Land Commissioner

Democratic Primary

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Job Description: The office of Land Commissioner has got to be one of the most important in the state. With no real oversight from any other governing board, whoever holds the title has a large amount of influence over the direction of our state’s land, wildlife, townships and, in the end, public education, since much of the revenue from the office goes toward that cause. Whoever holds the office next will also have some important decisions to make in a pivotal time over what New Mexico does when it comes to energy production.

Salary: $90,000

Term: Four years (maximum of two terms)

Office Currently Held By: Pat Lyons (R), who has served one term and will be running for re-election in the November general election

Jim Baca Strike!

The bad news about the Democratic primary race for land commissioner is that you only get to vote for one candidate. The good news is that, whatever way you decide to go, you’ll make a good choice. Out of all the primary races this year, the land commissioner race was possibly the hardest to decide—because both candidates are experienced, motivated, passionate, have visionary ideas and have done the job before and done it well. We’re lucky.

That said, we enthusiastically endorse Jim Baca for land commissioner. Hands-down the most experienced candidate in the race, Baca has proven himself time and time again in New Mexico to be the kind of leader we could hope to have in nearly any position he chooses to take on.

Baca has become a household name in New Mexico, with positions in public service in the state spanning decades. Some of the most relevant positions he’s held are two previous terms as land commissioner (1983-1986, 1991-1993), one term as the mayor of Albuquerque (1997-2001), as well as a few years as the director of the National Bureau of Land Management, a job he was appointed to during the Clinton Administration in 1993 (the reason he left his second term as land commissioner prematurely). His most recent position was as Gov. Bill Richardson’s natural resource trustee.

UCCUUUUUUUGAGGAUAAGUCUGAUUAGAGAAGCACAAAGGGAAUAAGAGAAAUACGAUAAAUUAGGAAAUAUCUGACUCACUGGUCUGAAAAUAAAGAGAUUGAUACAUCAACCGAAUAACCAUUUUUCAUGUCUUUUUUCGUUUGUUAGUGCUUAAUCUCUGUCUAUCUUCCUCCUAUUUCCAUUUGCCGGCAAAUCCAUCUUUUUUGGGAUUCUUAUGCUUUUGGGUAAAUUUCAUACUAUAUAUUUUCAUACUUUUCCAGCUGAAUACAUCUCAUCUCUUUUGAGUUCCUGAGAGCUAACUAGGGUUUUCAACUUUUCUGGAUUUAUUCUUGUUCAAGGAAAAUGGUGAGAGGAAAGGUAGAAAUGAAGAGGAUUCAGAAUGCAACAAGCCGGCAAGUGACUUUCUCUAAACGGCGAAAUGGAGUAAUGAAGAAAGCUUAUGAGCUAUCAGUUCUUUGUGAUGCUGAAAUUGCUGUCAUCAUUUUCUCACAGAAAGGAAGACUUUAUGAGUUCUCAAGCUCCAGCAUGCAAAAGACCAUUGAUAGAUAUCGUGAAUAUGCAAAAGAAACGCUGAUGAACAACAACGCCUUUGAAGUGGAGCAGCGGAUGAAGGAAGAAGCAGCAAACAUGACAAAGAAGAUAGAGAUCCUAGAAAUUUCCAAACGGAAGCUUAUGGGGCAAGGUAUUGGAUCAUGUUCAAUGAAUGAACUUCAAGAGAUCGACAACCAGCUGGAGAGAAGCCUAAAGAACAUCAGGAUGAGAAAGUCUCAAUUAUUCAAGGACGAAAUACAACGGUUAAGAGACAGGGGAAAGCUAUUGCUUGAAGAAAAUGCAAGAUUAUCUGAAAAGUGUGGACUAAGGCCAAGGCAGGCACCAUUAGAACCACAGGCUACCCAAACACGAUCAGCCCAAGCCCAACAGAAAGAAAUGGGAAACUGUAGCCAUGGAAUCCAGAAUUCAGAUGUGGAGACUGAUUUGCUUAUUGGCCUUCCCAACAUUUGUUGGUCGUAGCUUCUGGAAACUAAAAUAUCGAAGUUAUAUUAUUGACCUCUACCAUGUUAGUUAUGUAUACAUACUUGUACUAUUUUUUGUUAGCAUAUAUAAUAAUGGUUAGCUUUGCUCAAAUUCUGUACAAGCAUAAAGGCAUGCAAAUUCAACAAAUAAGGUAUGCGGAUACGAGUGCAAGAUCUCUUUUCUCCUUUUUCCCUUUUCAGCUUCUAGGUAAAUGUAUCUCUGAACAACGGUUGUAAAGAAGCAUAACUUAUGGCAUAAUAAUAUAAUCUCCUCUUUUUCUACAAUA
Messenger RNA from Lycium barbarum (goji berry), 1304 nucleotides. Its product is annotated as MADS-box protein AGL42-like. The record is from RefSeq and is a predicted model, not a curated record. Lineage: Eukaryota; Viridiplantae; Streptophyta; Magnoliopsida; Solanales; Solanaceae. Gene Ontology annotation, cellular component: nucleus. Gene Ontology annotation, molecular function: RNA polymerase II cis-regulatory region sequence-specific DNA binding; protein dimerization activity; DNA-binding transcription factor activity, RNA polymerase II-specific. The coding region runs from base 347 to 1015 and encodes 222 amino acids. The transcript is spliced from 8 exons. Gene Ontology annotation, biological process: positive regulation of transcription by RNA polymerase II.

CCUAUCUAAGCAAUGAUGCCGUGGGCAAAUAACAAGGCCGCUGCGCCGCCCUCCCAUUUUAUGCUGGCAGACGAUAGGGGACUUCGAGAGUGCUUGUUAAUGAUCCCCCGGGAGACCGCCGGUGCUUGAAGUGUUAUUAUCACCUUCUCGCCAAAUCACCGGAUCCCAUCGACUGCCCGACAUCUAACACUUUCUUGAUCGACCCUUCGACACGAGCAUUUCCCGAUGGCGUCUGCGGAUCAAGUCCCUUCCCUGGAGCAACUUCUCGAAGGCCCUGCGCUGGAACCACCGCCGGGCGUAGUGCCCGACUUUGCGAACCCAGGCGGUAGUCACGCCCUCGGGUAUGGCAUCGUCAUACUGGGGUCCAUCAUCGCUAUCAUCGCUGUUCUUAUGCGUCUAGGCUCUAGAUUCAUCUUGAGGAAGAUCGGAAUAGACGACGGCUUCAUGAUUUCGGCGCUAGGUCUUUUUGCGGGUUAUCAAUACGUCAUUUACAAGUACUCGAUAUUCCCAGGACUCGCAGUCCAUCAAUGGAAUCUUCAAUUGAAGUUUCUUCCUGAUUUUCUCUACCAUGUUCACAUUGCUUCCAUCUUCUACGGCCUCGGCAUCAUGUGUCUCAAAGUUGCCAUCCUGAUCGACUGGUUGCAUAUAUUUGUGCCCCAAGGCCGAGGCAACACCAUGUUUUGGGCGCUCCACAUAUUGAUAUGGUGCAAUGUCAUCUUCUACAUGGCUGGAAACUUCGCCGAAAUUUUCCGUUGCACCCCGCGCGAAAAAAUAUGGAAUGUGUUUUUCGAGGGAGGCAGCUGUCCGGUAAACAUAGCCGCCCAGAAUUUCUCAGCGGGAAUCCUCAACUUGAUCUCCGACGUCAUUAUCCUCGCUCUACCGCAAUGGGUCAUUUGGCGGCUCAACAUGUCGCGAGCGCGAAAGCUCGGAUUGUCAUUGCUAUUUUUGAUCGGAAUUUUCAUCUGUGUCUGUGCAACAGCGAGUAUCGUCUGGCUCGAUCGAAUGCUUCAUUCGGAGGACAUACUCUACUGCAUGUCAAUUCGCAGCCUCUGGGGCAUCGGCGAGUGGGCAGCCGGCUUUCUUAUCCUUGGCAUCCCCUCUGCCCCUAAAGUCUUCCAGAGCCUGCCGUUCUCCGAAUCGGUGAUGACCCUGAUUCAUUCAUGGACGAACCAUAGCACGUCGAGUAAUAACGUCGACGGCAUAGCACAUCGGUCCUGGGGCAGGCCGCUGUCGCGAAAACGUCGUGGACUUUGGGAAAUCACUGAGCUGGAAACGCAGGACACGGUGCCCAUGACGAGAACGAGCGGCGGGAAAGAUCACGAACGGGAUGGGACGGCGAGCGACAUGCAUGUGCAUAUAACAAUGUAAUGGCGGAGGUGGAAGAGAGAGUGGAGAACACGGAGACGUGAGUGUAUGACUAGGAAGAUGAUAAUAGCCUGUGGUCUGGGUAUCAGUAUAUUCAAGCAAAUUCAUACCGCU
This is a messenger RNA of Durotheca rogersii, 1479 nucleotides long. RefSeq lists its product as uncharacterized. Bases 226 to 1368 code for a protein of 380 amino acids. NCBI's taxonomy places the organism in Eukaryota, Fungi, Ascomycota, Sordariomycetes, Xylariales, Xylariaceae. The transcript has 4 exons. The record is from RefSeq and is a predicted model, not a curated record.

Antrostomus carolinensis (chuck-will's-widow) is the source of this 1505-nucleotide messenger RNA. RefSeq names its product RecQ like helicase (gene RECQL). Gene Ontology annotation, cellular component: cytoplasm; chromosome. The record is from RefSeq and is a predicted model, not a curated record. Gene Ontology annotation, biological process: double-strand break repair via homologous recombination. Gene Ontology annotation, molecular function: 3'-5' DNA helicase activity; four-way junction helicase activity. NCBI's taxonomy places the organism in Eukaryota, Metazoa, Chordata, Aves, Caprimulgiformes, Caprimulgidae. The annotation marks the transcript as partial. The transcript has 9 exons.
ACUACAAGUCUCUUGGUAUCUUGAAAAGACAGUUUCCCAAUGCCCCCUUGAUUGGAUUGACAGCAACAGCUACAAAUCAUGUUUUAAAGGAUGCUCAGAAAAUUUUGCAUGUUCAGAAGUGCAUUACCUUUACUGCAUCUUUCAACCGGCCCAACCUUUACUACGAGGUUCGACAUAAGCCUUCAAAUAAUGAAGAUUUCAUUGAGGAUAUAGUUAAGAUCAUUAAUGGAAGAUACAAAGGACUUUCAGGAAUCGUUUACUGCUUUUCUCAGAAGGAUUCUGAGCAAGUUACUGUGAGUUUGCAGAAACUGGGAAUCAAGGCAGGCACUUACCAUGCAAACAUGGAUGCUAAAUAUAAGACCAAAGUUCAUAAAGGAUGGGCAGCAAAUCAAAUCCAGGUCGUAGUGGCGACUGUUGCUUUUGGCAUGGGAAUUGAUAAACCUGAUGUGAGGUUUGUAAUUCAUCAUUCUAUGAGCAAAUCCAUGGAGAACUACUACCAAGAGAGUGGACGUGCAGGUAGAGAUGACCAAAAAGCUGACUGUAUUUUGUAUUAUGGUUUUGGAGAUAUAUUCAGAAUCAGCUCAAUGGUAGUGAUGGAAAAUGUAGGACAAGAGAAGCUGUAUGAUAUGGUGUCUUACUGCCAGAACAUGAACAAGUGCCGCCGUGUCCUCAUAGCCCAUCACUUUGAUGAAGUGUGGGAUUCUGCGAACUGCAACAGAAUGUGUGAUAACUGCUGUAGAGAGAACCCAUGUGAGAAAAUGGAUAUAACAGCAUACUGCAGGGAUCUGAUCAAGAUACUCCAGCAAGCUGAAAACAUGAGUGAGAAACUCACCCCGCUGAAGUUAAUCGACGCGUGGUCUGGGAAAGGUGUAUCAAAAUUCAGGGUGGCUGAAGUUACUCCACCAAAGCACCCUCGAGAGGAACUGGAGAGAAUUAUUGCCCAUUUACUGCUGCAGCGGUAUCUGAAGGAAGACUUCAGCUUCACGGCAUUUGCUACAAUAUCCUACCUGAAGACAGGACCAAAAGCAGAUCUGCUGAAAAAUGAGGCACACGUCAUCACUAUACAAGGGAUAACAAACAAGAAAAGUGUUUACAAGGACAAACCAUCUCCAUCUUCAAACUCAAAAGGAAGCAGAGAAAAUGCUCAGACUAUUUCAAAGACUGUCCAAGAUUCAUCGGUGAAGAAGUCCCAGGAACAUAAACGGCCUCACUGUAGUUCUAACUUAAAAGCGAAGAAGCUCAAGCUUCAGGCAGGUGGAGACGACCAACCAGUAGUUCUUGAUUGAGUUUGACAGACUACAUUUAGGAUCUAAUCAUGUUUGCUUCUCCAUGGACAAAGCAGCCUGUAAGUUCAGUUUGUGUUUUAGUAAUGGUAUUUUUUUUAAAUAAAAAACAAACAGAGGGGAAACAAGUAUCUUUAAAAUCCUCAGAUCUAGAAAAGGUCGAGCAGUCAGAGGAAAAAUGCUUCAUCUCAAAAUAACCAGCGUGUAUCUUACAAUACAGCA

One of the most enticing things about Baca is that, as he has proven with past experience, he is his own man. An independent thinker, Baca himself admits he is prone to speaking his mind, which sometimes lands him in hot water.

In terms of Baca’s positions, it is undeniable that he is passionate about protecting public lands and developing what should be developed in an environmentally sensitive and conscientious way. As mayor, Baca pushed the idea of a strong water conservation plan. He’s also worked to designate wilderness areas in the West through many of his held offices. Today, he serves on the boards of the National Wilderness Society, the Southern Utah Wilderness Alliance, the New Mexico Wilderness Alliance and the Wyss Foundation.

Yet he also knows how to get things done—it was under Baca’s oversight as land commissioner, for instance, that oil and gas royalties increased in the state, which led to today’s budget windfall.

If elected, Baca has several priorities. The first is finding a way to make it constitutionally viable to permanently protect some state land, New Mexico’s “last great places,” as Baca puts it. He uses the 200,000 acres in Otero Mesa as an example. Baca also wants to restart the Statuary Advisory Board he instituted while previously in the office, which is part of the audit division he also started. Baca also aims to open a whole new alternative energies division if elected. Lastly, he says he would hire an additional 13 field reps and specialists (such as biologists and archaeologists)—to round out the number of them in the office to 25—the minimal amount of employees needed for the office to really do a good job, he says.

In the end, Baca is an outstanding choice for land commissioner.

Ray Powell Spare

We wish Ray Powell was our uncle—because he’s such a nice, honest, dependable, progressive and hardworking guy. Powell has served two-plus terms, being appointed as Baca’s replacement in 1993 and then getting re-elected to two of his own terms (through 2002). After that, term limits prevented him from running again successively; but now that another term has cycled through he’s back in the race—eager to restart a job he obviously loves.

Powell knows the office inside and out, and boasts a number of accomplishments from his time in office, including starting the Community Partnership Program, establishing a 3,000-acre nature preserve next to Mesa del Sol and protecting two square miles of the Petroglyph National Monument by trading land with the federal government.

Powell is all about partnering with local communities to boost the economic potential of state trust land while maintaining its health—and knowing when and when not to develop. He has a long history with wildlife and land rehabilitation, is a veterinarian, and comes from a family with an agricultural background—all elements that would help him to manage New Mexico’s land well in the 21
st century. Powell also says that concentrating on renewable energy would be a priority for him if elected again.
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